It was almost showtime, and Chris McCormick was sweating.
“We’re going to need to move this rock and it’s going to take everybody,” he said, indicating an orange, oval boulder about the size of a golden retriever.
The rock was among almost 5 tons of gravel and stone he had hauled into James Brown Arena on Friday – ranging from mere pebbles to a 900-pound behemoth artistically placed by a forklift – to produce a garden pond display for his business, Paradise Water Features.
“We only got about 35 minutes to get this done,” McCormick said, scrambling to reposition rocks and shovel gravel while the minutes ticked away.
McCormick and his crew of four had been working all day Friday to meet a 1 p.m. deadline for vendors to complete setting up their displays at the seventh annual Augusta Home and Garden Show. About 150 vendors in all were setting up Thursday and Friday, said show manager Bonnie Myers, whose job it was to enforce the deadline.
Friday’s sudden storms created a few last-minute complications, but Myers wasn’t worried about being ready for the public when the doors opened at 2 p.m.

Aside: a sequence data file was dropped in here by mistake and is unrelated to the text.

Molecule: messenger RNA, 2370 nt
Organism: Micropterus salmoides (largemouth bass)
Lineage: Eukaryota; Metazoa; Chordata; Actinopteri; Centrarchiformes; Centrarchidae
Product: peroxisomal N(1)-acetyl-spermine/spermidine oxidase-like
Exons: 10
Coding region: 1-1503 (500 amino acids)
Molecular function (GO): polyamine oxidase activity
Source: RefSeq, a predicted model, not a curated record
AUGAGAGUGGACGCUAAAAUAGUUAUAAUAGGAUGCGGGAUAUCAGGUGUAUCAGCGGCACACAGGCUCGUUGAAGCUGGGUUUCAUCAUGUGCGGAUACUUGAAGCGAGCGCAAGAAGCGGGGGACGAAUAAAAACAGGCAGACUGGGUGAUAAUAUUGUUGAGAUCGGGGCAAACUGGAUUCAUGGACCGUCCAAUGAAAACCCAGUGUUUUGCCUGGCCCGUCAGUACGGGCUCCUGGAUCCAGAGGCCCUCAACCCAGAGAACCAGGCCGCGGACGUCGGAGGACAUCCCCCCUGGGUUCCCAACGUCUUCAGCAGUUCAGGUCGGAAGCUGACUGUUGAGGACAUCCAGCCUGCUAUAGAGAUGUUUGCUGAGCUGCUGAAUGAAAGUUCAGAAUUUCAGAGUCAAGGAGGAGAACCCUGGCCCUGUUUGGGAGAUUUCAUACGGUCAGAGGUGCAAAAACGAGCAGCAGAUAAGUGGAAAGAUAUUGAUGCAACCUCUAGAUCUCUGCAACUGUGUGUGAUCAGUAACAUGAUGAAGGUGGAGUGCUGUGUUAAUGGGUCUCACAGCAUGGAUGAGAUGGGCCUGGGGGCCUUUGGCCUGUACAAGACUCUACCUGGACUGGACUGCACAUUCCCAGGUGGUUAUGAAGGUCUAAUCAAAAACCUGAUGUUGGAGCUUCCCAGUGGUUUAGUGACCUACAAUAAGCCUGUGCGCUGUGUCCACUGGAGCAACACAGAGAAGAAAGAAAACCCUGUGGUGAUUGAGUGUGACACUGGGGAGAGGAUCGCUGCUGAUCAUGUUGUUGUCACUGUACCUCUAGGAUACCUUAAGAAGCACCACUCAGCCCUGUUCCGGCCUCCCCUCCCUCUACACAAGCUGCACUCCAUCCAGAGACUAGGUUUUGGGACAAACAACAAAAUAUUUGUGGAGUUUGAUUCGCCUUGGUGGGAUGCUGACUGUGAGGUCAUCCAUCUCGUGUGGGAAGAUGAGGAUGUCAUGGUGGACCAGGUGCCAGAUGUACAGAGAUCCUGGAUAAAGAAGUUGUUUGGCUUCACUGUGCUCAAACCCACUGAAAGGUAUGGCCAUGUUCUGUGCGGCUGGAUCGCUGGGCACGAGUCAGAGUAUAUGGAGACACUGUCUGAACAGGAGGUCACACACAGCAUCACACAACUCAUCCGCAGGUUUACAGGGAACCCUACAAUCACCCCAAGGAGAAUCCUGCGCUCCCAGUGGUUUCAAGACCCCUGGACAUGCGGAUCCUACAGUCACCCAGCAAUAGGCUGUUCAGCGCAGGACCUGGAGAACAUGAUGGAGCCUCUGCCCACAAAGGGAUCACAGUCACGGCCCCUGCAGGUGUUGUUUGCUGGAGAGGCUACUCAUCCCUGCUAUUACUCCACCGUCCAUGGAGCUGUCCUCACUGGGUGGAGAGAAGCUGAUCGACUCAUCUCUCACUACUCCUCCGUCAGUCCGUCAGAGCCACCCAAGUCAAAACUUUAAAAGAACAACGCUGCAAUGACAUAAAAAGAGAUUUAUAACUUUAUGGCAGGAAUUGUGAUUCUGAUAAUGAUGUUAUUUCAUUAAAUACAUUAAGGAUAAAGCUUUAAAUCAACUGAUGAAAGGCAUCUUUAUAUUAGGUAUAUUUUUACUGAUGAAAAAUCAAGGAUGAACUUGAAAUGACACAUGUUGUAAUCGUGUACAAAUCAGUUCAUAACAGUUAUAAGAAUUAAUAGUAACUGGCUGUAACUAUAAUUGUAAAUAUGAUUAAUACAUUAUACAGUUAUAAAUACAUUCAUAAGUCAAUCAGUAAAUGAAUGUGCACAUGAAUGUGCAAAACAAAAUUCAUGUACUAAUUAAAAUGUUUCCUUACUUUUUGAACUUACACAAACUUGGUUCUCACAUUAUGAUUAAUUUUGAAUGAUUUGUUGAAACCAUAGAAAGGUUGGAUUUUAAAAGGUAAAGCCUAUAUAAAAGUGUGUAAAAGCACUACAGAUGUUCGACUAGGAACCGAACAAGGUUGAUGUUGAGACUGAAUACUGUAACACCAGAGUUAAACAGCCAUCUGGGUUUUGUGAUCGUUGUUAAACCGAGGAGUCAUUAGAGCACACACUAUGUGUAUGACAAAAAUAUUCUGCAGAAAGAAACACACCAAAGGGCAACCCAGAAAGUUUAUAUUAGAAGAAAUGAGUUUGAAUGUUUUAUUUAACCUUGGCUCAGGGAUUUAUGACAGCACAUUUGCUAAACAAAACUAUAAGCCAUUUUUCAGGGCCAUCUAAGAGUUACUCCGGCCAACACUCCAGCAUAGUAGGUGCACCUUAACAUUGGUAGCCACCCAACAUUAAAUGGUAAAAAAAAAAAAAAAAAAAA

“Whenever we have inclement weather, it gets a little flexy,” she said. “I just had one vendor call to say they were sitting in the middle of a tornado, so they were going to be a little late.”
Vendor booths covered a wide array of products and services, from granite countertops, windows and kitchen cabinets to playground sets, grills, wine, knives and exercise equipment.
Most vendors were just cleaning or attending to last-minute touches. However, Steve Bear of Georgia Door and Gate had already put in more than 10 hours of work by noon and still had a way to go on his display, which featured a combination roll-up door and window system.
“I hope I’m going to make it,” said Bear, of Midville, Ga., who was at the show for his second year. “I just found out I’m missing some screws.”
Back at the Paradise Water Features display, McCormick had rounded up some beefy help to reposition his rock, and water was beginning to fill the pool. But his work wasn’t finished.
“I’m going to make it, but I need to put in a pump over here,” he said.
McCormick’s brother finished his own water feature that morning. The two brothers have dueling displays and different businesses.
Jay McCormick, of McCormick Landscaping, said he had hauled in 8 tons of materials for his pond, which featured a couple of giant urn-shaped fountains.
“I loaned him some of my guys to help,” said Jay McCormick, observing his sibling’s 11th-hour efforts to finish. “Chris is running a little behind.”